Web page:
Larry (Larry the Cable Guy) and his moronic friends Bill Little (Bill Engvall) and Everett (DJ Qualls) escape their horrible lives through the weekends they spend as U.S. Army Reserve soldiers in Chattahoochee, Georgia, laying about in a nearly empty barracks while the rest of their unit is off fighting in Iraq. Larry has just been fired from his job as a server at a cowboy-themed family restaurant for insulting an overweight customer; Bill is continually harassed by his harridan wife (Lisa Lampanelli) and their two hellion kids; and for the past six months, Everett has been living out of a shed at the storage facility where he works security detail. Their monthly vacation is interrupted when increased fighting around Fallujah requires the U.S. military to start scraping the very bottom of the reinforcements barrel, and tough-nut army sergeant Kilgore (Keith David) is ordered to whip these bumbling weekend warriors into shape before their deployment to Iraq aboard a military transport plane. When the flight encounters some serious turbulence somewhere over Mexico, the crew is forced to dump some of the heavy gear they're carrying, including the Jeep in which our three would-be heroes are napping (Sgt. Kilgore is accidentally dragged out of the hatch along with them). Unable to tell one dry, dusty desert from another, Larry, Bill and Everett assume they've arrived in Iraq. (They also think the merely unconscious Sgt. Kilgore is dead, and bury him in a shallow grave.) Similarly unable to tell one mustachioed foreigner from another (they mistake a picture of Pancho Villa for Saddam Hussein, who they all agree also reminds them of the "red dot Indian" who works down at the Circle K), they assume the small Mexican village of La Miranda, which has fallen into the clutches of the fierce bandito Carlos Santana (Danny Trejo), is an Iraqi village that needs to be liberated.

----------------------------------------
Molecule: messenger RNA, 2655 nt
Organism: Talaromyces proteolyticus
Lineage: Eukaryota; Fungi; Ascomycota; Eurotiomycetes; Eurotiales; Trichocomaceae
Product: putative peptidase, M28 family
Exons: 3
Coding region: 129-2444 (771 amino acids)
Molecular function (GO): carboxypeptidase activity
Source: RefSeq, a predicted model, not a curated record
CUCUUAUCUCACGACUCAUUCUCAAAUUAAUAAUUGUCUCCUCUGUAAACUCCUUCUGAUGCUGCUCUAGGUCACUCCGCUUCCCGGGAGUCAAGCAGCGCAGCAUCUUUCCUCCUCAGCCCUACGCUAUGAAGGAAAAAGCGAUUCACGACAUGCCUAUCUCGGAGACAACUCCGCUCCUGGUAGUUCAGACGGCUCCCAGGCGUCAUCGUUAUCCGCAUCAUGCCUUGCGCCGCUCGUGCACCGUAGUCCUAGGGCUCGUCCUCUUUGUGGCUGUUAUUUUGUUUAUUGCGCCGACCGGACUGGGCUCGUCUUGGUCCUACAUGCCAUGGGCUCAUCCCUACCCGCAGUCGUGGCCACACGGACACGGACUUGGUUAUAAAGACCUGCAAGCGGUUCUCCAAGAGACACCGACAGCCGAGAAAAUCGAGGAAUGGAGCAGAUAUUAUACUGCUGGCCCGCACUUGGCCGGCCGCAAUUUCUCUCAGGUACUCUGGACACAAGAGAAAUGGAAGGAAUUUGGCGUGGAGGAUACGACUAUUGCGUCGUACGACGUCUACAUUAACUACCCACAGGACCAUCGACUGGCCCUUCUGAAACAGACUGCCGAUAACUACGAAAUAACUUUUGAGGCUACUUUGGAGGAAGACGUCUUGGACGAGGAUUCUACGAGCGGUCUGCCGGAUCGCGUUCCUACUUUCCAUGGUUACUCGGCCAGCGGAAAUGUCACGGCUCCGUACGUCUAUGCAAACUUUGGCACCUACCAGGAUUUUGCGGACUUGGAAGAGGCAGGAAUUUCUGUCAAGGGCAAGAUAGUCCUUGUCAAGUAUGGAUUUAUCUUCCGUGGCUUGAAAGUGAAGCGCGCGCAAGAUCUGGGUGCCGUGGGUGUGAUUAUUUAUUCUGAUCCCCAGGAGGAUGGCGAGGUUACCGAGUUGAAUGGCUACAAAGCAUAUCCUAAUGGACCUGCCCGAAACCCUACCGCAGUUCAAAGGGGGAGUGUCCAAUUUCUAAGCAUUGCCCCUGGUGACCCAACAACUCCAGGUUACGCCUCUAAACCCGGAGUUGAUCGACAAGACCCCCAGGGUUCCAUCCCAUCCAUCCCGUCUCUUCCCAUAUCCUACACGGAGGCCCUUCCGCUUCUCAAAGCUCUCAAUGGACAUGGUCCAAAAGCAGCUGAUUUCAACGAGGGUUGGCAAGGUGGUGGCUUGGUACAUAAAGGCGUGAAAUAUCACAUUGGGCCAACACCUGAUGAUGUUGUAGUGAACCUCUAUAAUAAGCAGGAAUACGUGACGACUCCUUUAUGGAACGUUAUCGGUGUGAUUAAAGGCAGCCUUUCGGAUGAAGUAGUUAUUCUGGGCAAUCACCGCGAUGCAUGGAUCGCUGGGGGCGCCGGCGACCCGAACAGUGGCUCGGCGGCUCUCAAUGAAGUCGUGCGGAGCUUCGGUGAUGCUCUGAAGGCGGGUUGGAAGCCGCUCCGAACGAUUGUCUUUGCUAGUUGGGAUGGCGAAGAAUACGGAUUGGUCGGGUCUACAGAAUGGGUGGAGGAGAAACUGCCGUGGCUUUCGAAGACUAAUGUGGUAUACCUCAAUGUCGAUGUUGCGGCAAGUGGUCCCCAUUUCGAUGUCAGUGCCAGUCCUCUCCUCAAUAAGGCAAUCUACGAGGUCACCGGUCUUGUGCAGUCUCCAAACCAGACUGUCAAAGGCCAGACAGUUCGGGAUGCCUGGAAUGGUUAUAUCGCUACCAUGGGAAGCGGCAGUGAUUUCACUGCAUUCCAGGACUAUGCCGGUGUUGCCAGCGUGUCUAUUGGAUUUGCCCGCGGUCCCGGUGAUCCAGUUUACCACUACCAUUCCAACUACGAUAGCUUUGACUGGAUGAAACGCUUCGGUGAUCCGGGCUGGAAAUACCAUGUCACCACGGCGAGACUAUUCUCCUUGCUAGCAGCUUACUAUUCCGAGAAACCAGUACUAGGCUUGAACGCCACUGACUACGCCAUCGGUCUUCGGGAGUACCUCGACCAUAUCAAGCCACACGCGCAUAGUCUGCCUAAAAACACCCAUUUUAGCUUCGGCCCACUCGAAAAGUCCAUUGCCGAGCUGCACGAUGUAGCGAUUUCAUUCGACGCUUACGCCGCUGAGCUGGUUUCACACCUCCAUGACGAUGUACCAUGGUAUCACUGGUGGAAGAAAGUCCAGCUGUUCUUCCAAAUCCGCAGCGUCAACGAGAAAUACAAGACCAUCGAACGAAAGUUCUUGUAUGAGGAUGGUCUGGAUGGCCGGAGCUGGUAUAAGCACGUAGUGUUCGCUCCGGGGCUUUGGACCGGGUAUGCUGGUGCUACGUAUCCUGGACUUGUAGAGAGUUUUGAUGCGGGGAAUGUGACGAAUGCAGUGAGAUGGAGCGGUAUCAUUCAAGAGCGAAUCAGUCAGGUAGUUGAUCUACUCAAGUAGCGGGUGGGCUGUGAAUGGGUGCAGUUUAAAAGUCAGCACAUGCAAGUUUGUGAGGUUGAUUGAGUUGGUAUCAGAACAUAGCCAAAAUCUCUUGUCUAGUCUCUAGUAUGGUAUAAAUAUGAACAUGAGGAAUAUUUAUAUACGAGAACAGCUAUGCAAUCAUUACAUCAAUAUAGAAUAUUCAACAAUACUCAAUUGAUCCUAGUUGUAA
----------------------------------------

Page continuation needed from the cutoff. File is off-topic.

At a time when faith in U.S. foreign policy has reached an all-time low, the film constructs a neat little fantasy scenario in which Americans actually do bring freedom and democracy to the oppressed citizenry of another country, and it's not entirely unaware of the irony inherent in the fact that it's the wrong country. Cracks about turbans, "carpet fliers," "Turds" and "Shit-ites" aren't funny enough to even qualify as jokes, and overall the movie is too stupid to offend any but the most sensitive viewer. But members of the U.S. military and fans of funny movies have every right to be insulted. leave a comment --Ken Fox
Even those of us who don't bray like a brain-damaged donkey every time Larry the Cable Guy grunts, "Get 'er done!" will be surprised by the self-proclaimed redneck comic's follow-up to his big-screen debut, LARRY THE CABLE GUY: HEALTH INSPECTOR. This entirely laughless war comedy is less funny than even his harshest critic could have imagined.